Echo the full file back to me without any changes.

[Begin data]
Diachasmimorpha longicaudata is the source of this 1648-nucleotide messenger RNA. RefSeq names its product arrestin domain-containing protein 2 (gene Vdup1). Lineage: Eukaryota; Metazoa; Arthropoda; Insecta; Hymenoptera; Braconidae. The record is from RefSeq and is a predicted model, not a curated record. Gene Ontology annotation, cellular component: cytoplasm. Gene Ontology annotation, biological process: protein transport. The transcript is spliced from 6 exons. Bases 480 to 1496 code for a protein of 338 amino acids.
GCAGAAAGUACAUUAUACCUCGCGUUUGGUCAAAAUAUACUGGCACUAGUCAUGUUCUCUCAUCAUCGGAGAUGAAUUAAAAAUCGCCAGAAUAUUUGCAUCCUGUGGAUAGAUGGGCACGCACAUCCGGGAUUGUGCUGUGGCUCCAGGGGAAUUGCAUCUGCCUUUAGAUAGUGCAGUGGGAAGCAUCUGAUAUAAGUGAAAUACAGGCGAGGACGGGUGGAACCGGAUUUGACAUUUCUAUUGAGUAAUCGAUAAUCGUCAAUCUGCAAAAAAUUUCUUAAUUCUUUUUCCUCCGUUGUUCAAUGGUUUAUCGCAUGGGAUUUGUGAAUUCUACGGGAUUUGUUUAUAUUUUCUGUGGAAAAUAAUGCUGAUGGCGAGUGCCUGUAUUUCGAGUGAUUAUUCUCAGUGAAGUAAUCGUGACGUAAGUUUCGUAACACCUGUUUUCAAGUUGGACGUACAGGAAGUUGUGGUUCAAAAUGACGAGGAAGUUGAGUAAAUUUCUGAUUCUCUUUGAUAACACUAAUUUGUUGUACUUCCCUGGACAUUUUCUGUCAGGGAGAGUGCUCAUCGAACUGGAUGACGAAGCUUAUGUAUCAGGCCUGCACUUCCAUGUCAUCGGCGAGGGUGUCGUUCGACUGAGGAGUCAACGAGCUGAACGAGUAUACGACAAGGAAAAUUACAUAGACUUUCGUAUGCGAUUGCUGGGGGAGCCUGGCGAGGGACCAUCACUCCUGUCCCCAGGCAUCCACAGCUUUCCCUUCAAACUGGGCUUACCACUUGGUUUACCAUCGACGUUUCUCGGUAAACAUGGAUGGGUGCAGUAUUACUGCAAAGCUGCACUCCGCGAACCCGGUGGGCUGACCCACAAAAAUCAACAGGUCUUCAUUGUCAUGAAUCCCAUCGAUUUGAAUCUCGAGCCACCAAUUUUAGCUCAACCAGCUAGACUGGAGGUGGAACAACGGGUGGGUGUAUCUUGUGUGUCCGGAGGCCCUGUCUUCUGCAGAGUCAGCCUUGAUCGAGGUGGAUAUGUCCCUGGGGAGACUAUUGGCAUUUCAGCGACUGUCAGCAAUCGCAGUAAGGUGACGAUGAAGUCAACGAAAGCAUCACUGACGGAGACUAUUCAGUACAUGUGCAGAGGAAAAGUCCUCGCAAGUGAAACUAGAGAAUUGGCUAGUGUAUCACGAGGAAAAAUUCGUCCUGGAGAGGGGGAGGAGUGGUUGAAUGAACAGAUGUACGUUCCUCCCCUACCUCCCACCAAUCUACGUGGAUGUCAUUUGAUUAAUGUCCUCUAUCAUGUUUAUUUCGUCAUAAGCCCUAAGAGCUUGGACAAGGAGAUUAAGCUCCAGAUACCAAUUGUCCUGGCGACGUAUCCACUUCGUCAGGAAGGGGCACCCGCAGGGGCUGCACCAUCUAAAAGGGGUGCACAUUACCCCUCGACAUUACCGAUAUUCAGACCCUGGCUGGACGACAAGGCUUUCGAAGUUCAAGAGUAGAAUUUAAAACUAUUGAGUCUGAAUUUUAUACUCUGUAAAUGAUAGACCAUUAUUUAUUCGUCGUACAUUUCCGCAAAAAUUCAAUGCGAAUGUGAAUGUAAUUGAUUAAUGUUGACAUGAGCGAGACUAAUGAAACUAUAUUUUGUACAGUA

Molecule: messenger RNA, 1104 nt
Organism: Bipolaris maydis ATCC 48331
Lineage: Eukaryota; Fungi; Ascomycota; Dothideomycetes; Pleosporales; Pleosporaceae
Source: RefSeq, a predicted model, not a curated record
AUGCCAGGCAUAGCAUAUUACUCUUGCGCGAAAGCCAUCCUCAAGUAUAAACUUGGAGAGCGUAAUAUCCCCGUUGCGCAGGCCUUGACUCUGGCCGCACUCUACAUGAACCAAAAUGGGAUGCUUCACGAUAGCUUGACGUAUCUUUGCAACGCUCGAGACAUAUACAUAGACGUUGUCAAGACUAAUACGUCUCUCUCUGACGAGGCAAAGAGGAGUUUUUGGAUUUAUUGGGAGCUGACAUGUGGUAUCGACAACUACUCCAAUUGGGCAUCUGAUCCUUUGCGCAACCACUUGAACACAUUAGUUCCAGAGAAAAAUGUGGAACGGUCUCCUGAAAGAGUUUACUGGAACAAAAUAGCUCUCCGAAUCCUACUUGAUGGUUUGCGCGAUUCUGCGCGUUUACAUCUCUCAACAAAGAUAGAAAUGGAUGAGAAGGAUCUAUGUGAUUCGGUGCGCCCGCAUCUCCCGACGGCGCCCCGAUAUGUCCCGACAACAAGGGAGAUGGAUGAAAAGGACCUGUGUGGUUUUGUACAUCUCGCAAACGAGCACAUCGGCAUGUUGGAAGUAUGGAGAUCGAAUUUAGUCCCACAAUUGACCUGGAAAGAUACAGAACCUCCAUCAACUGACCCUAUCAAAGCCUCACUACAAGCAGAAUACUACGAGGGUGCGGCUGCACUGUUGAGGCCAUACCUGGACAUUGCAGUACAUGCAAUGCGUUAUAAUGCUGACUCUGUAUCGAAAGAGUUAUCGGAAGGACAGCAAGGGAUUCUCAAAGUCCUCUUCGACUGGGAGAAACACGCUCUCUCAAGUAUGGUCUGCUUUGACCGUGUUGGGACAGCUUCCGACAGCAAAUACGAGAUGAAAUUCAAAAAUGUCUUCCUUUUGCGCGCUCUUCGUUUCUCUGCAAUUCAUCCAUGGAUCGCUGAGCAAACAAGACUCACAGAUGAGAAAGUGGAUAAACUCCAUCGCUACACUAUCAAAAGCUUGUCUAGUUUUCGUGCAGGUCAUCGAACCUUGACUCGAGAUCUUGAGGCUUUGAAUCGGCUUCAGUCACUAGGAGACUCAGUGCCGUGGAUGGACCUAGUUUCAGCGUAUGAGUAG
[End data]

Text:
Diachasmimorpha longicaudata is the source of this 1648-nucleotide messenger RNA. RefSeq names its product arrestin domain-containing protein 2 (gene Vdup1). Lineage: Eukaryota; Metazoa; Arthropoda; Insecta; Hymenoptera; Braconidae. The record is from RefSeq and is a predicted model, not a curated record. Gene Ontology annotation, cellular component: cytoplasm. Gene Ontology annotation, biological process: protein transport. The transcript is spliced from 6 exons. Bases 480 to 1496 code for a protein of 338 amino acids.
GCAGAAAGUACAUUAUACCUCGCGUUUGGUCAAAAUAUACUGGCACUAGUCAUGUUCUCUCAUCAUCGGAGAUGAAUUAAAAAUCGCCAGAAUAUUUGCAUCCUGUGGAUAGAUGGGCACGCACAUCCGGGAUUGUGCUGUGGCUCCAGGGGAAUUGCAUCUGCCUUUAGAUAGUGCAGUGGGAAGCAUCUGAUAUAAGUGAAAUACAGGCGAGGACGGGUGGAACCGGAUUUGACAUUUCUAUUGAGUAAUCGAUAAUCGUCAAUCUGCAAAAAAUUUCUUAAUUCUUUUUCCUCCGUUGUUCAAUGGUUUAUCGCAUGGGAUUUGUGAAUUCUACGGGAUUUGUUUAUAUUUUCUGUGGAAAAUAAUGCUGAUGGCGAGUGCCUGUAUUUCGAGUGAUUAUUCUCAGUGAAGUAAUCGUGACGUAAGUUUCGUAACACCUGUUUUCAAGUUGGACGUACAGGAAGUUGUGGUUCAAAAUGACGAGGAAGUUGAGUAAAUUUCUGAUUCUCUUUGAUAACACUAAUUUGUUGUACUUCCCUGGACAUUUUCUGUCAGGGAGAGUGCUCAUCGAACUGGAUGACGAAGCUUAUGUAUCAGGCCUGCACUUCCAUGUCAUCGGCGAGGGUGUCGUUCGACUGAGGAGUCAACGAGCUGAACGAGUAUACGACAAGGAAAAUUACAUAGACUUUCGUAUGCGAUUGCUGGGGGAGCCUGGCGAGGGACCAUCACUCCUGUCCCCAGGCAUCCACAGCUUUCCCUUCAAACUGGGCUUACCACUUGGUUUACCAUCGACGUUUCUCGGUAAACAUGGAUGGGUGCAGUAUUACUGCAAAGCUGCACUCCGCGAACCCGGUGGGCUGACCCACAAAAAUCAACAGGUCUUCAUUGUCAUGAAUCCCAUCGAUUUGAAUCUCGAGCCACCAAUUUUAGCUCAACCAGCUAGACUGGAGGUGGAACAACGGGUGGGUGUAUCUUGUGUGUCCGGAGGCCCUGUCUUCUGCAGAGUCAGCCUUGAUCGAGGUGGAUAUGUCCCUGGGGAGACUAUUGGCAUUUCAGCGACUGUCAGCAAUCGCAGUAAGGUGACGAUGAAGUCAACGAAAGCAUCACUGACGGAGACUAUUCAGUACAUGUGCAGAGGAAAAGUCCUCGCAAGUGAAACUAGAGAAUUGGCUAGUGUAUCACGAGGAAAAAUUCGUCCUGGAGAGGGGGAGGAGUGGUUGAAUGAACAGAUGUACGUUCCUCCCCUACCUCCCACCAAUCUACGUGGAUGUCAUUUGAUUAAUGUCCUCUAUCAUGUUUAUUUCGUCAUAAGCCCUAAGAGCUUGGACAAGGAGAUUAAGCUCCAGAUACCAAUUGUCCUGGCGACGUAUCCACUUCGUCAGGAAGGGGCACCCGCAGGGGCUGCACCAUCUAAAAGGGGUGCACAUUACCCCUCGACAUUACCGAUAUUCAGACCCUGGCUGGACGACAAGGCUUUCGAAGUUCAAGAGUAGAAUUUAAAACUAUUGAGUCUGAAUUUUAUACUCUGUAAAUGAUAGACCAUUAUUUAUUCGUCGUACAUUUCCGCAAAAAUUCAAUGCGAAUGUGAAUGUAAUUGAUUAAUGUUGACAUGAGCGAGACUAAUGAAACUAUAUUUUGUACAGUA

Molecule: messenger RNA, 1104 nt
Organism: Bipolaris maydis ATCC 48331
Lineage: Eukaryota; Fungi; Ascomycota; Dothideomycetes; Pleosporales; Pleosporaceae
Source: RefSeq, a predicted model, not a curated record
AUGCCAGGCAUAGCAUAUUACUCUUGCGCGAAAGCCAUCCUCAAGUAUAAACUUGGAGAGCGUAAUAUCCCCGUUGCGCAGGCCUUGACUCUGGCCGCACUCUACAUGAACCAAAAUGGGAUGCUUCACGAUAGCUUGACGUAUCUUUGCAACGCUCGAGACAUAUACAUAGACGUUGUCAAGACUAAUACGUCUCUCUCUGACGAGGCAAAGAGGAGUUUUUGGAUUUAUUGGGAGCUGACAUGUGGUAUCGACAACUACUCCAAUUGGGCAUCUGAUCCUUUGCGCAACCACUUGAACACAUUAGUUCCAGAGAAAAAUGUGGAACGGUCUCCUGAAAGAGUUUACUGGAACAAAAUAGCUCUCCGAAUCCUACUUGAUGGUUUGCGCGAUUCUGCGCGUUUACAUCUCUCAACAAAGAUAGAAAUGGAUGAGAAGGAUCUAUGUGAUUCGGUGCGCCCGCAUCUCCCGACGGCGCCCCGAUAUGUCCCGACAACAAGGGAGAUGGAUGAAAAGGACCUGUGUGGUUUUGUACAUCUCGCAAACGAGCACAUCGGCAUGUUGGAAGUAUGGAGAUCGAAUUUAGUCCCACAAUUGACCUGGAAAGAUACAGAACCUCCAUCAACUGACCCUAUCAAAGCCUCACUACAAGCAGAAUACUACGAGGGUGCGGCUGCACUGUUGAGGCCAUACCUGGACAUUGCAGUACAUGCAAUGCGUUAUAAUGCUGACUCUGUAUCGAAAGAGUUAUCGGAAGGACAGCAAGGGAUUCUCAAAGUCCUCUUCGACUGGGAGAAACACGCUCUCUCAAGUAUGGUCUGCUUUGACCGUGUUGGGACAGCUUCCGACAGCAAAUACGAGAUGAAAUUCAAAAAUGUCUUCCUUUUGCGCGCUCUUCGUUUCUCUGCAAUUCAUCCAUGGAUCGCUGAGCAAACAAGACUCACAGAUGAGAAAGUGGAUAAACUCCAUCGCUACACUAUCAAAAGCUUGUCUAGUUUUCGUGCAGGUCAUCGAACCUUGACUCGAGAUCUUGAGGCUUUGAAUCGGCUUCAGUCACUAGGAGACUCAGUGCCGUGGAUGGACCUAGUUUCAGCGUAUGAGUAG